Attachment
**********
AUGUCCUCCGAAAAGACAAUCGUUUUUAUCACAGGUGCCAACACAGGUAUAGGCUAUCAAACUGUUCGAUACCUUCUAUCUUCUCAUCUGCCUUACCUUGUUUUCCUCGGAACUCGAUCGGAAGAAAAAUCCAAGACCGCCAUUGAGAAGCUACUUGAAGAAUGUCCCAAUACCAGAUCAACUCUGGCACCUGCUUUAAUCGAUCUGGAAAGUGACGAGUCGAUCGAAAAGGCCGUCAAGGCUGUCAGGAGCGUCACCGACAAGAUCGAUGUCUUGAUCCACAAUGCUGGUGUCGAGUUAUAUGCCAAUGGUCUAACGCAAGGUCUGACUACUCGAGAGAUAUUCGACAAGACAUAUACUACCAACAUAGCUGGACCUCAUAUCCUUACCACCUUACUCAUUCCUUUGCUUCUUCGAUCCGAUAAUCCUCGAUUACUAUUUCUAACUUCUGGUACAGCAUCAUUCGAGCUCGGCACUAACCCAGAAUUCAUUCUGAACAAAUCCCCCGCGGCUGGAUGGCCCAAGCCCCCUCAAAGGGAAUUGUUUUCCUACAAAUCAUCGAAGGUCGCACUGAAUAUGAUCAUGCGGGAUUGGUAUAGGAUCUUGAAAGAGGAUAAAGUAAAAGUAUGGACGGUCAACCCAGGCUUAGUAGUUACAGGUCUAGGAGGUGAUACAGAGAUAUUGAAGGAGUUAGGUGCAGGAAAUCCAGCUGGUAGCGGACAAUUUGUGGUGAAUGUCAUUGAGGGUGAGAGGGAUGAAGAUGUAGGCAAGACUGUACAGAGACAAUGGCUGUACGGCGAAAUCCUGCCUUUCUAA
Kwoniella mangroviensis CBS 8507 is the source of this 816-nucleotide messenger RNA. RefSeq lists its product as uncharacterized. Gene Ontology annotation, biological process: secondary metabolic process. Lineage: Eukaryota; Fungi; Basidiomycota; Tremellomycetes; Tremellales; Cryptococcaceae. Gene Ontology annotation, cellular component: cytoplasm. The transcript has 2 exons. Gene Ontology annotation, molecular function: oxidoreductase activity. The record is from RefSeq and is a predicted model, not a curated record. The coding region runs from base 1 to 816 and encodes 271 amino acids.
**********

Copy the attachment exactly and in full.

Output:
AUGUCCUCCGAAAAGACAAUCGUUUUUAUCACAGGUGCCAACACAGGUAUAGGCUAUCAAACUGUUCGAUACCUUCUAUCUUCUCAUCUGCCUUACCUUGUUUUCCUCGGAACUCGAUCGGAAGAAAAAUCCAAGACCGCCAUUGAGAAGCUACUUGAAGAAUGUCCCAAUACCAGAUCAACUCUGGCACCUGCUUUAAUCGAUCUGGAAAGUGACGAGUCGAUCGAAAAGGCCGUCAAGGCUGUCAGGAGCGUCACCGACAAGAUCGAUGUCUUGAUCCACAAUGCUGGUGUCGAGUUAUAUGCCAAUGGUCUAACGCAAGGUCUGACUACUCGAGAGAUAUUCGACAAGACAUAUACUACCAACAUAGCUGGACCUCAUAUCCUUACCACCUUACUCAUUCCUUUGCUUCUUCGAUCCGAUAAUCCUCGAUUACUAUUUCUAACUUCUGGUACAGCAUCAUUCGAGCUCGGCACUAACCCAGAAUUCAUUCUGAACAAAUCCCCCGCGGCUGGAUGGCCCAAGCCCCCUCAAAGGGAAUUGUUUUCCUACAAAUCAUCGAAGGUCGCACUGAAUAUGAUCAUGCGGGAUUGGUAUAGGAUCUUGAAAGAGGAUAAAGUAAAAGUAUGGACGGUCAACCCAGGCUUAGUAGUUACAGGUCUAGGAGGUGAUACAGAGAUAUUGAAGGAGUUAGGUGCAGGAAAUCCAGCUGGUAGCGGACAAUUUGUGGUGAAUGUCAUUGAGGGUGAGAGGGAUGAAGAUGUAGGCAAGACUGUACAGAGACAAUGGCUGUACGGCGAAAUCCUGCCUUUCUAA
Kwoniella mangroviensis CBS 8507 is the source of this 816-nucleotide messenger RNA. RefSeq lists its product as uncharacterized. Gene Ontology annotation, biological process: secondary metabolic process. Lineage: Eukaryota; Fungi; Basidiomycota; Tremellomycetes; Tremellales; Cryptococcaceae. Gene Ontology annotation, cellular component: cytoplasm. The transcript has 2 exons. Gene Ontology annotation, molecular function: oxidoreductase activity. The record is from RefSeq and is a predicted model, not a curated record. The coding region runs from base 1 to 816 and encodes 271 amino acids.